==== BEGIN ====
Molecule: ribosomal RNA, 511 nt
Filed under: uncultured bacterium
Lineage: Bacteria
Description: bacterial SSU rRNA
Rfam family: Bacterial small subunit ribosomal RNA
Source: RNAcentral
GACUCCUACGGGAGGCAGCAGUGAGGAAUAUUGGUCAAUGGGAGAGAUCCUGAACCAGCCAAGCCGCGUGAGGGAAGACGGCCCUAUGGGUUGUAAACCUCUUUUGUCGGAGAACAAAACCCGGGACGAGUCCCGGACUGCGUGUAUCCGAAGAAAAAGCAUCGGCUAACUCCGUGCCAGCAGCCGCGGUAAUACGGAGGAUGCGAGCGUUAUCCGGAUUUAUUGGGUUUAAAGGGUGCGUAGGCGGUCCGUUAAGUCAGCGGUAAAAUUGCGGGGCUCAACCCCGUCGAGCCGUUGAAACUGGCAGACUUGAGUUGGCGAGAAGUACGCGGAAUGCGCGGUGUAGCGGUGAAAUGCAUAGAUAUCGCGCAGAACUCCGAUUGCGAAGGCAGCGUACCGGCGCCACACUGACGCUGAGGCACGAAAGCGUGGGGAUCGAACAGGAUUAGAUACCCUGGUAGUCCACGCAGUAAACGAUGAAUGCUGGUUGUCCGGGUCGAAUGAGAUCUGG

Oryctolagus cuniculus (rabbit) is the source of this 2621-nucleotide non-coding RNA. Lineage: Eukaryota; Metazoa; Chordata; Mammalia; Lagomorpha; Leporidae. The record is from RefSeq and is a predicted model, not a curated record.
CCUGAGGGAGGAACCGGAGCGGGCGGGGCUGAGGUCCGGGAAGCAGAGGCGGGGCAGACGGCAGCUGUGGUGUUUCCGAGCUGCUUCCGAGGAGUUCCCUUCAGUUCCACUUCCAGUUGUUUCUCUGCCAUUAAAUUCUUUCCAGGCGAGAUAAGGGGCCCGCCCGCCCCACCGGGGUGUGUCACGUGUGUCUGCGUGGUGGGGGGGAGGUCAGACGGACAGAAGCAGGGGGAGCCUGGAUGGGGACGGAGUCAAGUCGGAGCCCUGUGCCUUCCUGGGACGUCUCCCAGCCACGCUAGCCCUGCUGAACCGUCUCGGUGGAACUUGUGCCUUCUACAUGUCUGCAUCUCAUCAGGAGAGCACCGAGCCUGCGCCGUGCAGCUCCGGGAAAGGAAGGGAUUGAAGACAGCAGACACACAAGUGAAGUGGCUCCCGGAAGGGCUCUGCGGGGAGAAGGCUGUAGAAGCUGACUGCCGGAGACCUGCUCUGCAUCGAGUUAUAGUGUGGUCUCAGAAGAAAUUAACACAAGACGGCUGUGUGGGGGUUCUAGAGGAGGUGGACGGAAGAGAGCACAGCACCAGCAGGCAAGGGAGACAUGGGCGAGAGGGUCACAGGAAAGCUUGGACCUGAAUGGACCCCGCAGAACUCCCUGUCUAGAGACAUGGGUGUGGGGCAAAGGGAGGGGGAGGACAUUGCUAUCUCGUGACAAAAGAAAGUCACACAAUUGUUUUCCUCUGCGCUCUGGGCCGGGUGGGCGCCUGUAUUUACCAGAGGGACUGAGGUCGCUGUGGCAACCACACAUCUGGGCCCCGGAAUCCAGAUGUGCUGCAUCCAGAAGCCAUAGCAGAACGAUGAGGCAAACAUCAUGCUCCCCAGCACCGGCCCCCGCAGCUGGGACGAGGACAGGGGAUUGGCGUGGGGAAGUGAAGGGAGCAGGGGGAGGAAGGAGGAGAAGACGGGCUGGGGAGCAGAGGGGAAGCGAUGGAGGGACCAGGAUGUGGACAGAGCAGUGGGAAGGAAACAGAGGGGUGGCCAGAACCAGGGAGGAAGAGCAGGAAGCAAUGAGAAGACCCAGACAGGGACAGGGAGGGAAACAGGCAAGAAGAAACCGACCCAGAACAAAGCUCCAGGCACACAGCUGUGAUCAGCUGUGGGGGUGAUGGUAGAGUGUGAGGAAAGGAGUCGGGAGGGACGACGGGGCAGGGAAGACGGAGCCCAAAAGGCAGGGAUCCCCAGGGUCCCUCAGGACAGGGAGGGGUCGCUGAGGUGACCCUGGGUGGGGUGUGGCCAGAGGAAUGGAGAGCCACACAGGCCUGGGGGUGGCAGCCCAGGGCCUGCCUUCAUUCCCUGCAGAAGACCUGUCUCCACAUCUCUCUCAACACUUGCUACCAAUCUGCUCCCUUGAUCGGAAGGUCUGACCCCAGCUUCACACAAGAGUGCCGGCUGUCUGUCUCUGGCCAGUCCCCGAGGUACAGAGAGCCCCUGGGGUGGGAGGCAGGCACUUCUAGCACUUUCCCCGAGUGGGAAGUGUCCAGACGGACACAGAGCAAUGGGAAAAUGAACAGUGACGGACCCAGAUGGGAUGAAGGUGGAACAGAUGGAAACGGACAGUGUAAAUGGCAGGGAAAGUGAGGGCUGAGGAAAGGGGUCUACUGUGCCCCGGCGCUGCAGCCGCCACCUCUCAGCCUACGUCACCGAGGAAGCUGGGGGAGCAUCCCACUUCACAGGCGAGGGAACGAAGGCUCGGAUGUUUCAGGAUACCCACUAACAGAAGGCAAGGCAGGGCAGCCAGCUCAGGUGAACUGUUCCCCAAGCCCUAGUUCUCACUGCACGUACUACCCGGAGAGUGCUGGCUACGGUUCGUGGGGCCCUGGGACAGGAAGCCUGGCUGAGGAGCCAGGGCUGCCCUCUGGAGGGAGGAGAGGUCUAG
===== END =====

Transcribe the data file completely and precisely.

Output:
Molecule: ribosomal RNA, 511 nt
Filed under: uncultured bacterium
Lineage: Bacteria
Description: bacterial SSU rRNA
Rfam family: Bacterial small subunit ribosomal RNA
Source: RNAcentral
GACUCCUACGGGAGGCAGCAGUGAGGAAUAUUGGUCAAUGGGAGAGAUCCUGAACCAGCCAAGCCGCGUGAGGGAAGACGGCCCUAUGGGUUGUAAACCUCUUUUGUCGGAGAACAAAACCCGGGACGAGUCCCGGACUGCGUGUAUCCGAAGAAAAAGCAUCGGCUAACUCCGUGCCAGCAGCCGCGGUAAUACGGAGGAUGCGAGCGUUAUCCGGAUUUAUUGGGUUUAAAGGGUGCGUAGGCGGUCCGUUAAGUCAGCGGUAAAAUUGCGGGGCUCAACCCCGUCGAGCCGUUGAAACUGGCAGACUUGAGUUGGCGAGAAGUACGCGGAAUGCGCGGUGUAGCGGUGAAAUGCAUAGAUAUCGCGCAGAACUCCGAUUGCGAAGGCAGCGUACCGGCGCCACACUGACGCUGAGGCACGAAAGCGUGGGGAUCGAACAGGAUUAGAUACCCUGGUAGUCCACGCAGUAAACGAUGAAUGCUGGUUGUCCGGGUCGAAUGAGAUCUGG

Oryctolagus cuniculus (rabbit) is the source of this 2621-nucleotide non-coding RNA. Lineage: Eukaryota; Metazoa; Chordata; Mammalia; Lagomorpha; Leporidae. The record is from RefSeq and is a predicted model, not a curated record.
CCUGAGGGAGGAACCGGAGCGGGCGGGGCUGAGGUCCGGGAAGCAGAGGCGGGGCAGACGGCAGCUGUGGUGUUUCCGAGCUGCUUCCGAGGAGUUCCCUUCAGUUCCACUUCCAGUUGUUUCUCUGCCAUUAAAUUCUUUCCAGGCGAGAUAAGGGGCCCGCCCGCCCCACCGGGGUGUGUCACGUGUGUCUGCGUGGUGGGGGGGAGGUCAGACGGACAGAAGCAGGGGGAGCCUGGAUGGGGACGGAGUCAAGUCGGAGCCCUGUGCCUUCCUGGGACGUCUCCCAGCCACGCUAGCCCUGCUGAACCGUCUCGGUGGAACUUGUGCCUUCUACAUGUCUGCAUCUCAUCAGGAGAGCACCGAGCCUGCGCCGUGCAGCUCCGGGAAAGGAAGGGAUUGAAGACAGCAGACACACAAGUGAAGUGGCUCCCGGAAGGGCUCUGCGGGGAGAAGGCUGUAGAAGCUGACUGCCGGAGACCUGCUCUGCAUCGAGUUAUAGUGUGGUCUCAGAAGAAAUUAACACAAGACGGCUGUGUGGGGGUUCUAGAGGAGGUGGACGGAAGAGAGCACAGCACCAGCAGGCAAGGGAGACAUGGGCGAGAGGGUCACAGGAAAGCUUGGACCUGAAUGGACCCCGCAGAACUCCCUGUCUAGAGACAUGGGUGUGGGGCAAAGGGAGGGGGAGGACAUUGCUAUCUCGUGACAAAAGAAAGUCACACAAUUGUUUUCCUCUGCGCUCUGGGCCGGGUGGGCGCCUGUAUUUACCAGAGGGACUGAGGUCGCUGUGGCAACCACACAUCUGGGCCCCGGAAUCCAGAUGUGCUGCAUCCAGAAGCCAUAGCAGAACGAUGAGGCAAACAUCAUGCUCCCCAGCACCGGCCCCCGCAGCUGGGACGAGGACAGGGGAUUGGCGUGGGGAAGUGAAGGGAGCAGGGGGAGGAAGGAGGAGAAGACGGGCUGGGGAGCAGAGGGGAAGCGAUGGAGGGACCAGGAUGUGGACAGAGCAGUGGGAAGGAAACAGAGGGGUGGCCAGAACCAGGGAGGAAGAGCAGGAAGCAAUGAGAAGACCCAGACAGGGACAGGGAGGGAAACAGGCAAGAAGAAACCGACCCAGAACAAAGCUCCAGGCACACAGCUGUGAUCAGCUGUGGGGGUGAUGGUAGAGUGUGAGGAAAGGAGUCGGGAGGGACGACGGGGCAGGGAAGACGGAGCCCAAAAGGCAGGGAUCCCCAGGGUCCCUCAGGACAGGGAGGGGUCGCUGAGGUGACCCUGGGUGGGGUGUGGCCAGAGGAAUGGAGAGCCACACAGGCCUGGGGGUGGCAGCCCAGGGCCUGCCUUCAUUCCCUGCAGAAGACCUGUCUCCACAUCUCUCUCAACACUUGCUACCAAUCUGCUCCCUUGAUCGGAAGGUCUGACCCCAGCUUCACACAAGAGUGCCGGCUGUCUGUCUCUGGCCAGUCCCCGAGGUACAGAGAGCCCCUGGGGUGGGAGGCAGGCACUUCUAGCACUUUCCCCGAGUGGGAAGUGUCCAGACGGACACAGAGCAAUGGGAAAAUGAACAGUGACGGACCCAGAUGGGAUGAAGGUGGAACAGAUGGAAACGGACAGUGUAAAUGGCAGGGAAAGUGAGGGCUGAGGAAAGGGGUCUACUGUGCCCCGGCGCUGCAGCCGCCACCUCUCAGCCUACGUCACCGAGGAAGCUGGGGGAGCAUCCCACUUCACAGGCGAGGGAACGAAGGCUCGGAUGUUUCAGGAUACCCACUAACAGAAGGCAAGGCAGGGCAGCCAGCUCAGGUGAACUGUUCCCCAAGCCCUAGUUCUCACUGCACGUACUACCCGGAGAGUGCUGGCUACGGUUCGUGGGGCCCUGGGACAGGAAGCCUGGCUGAGGAGCCAGGGCUGCCCUCUGGAGGGAGGAGAGGUCUAG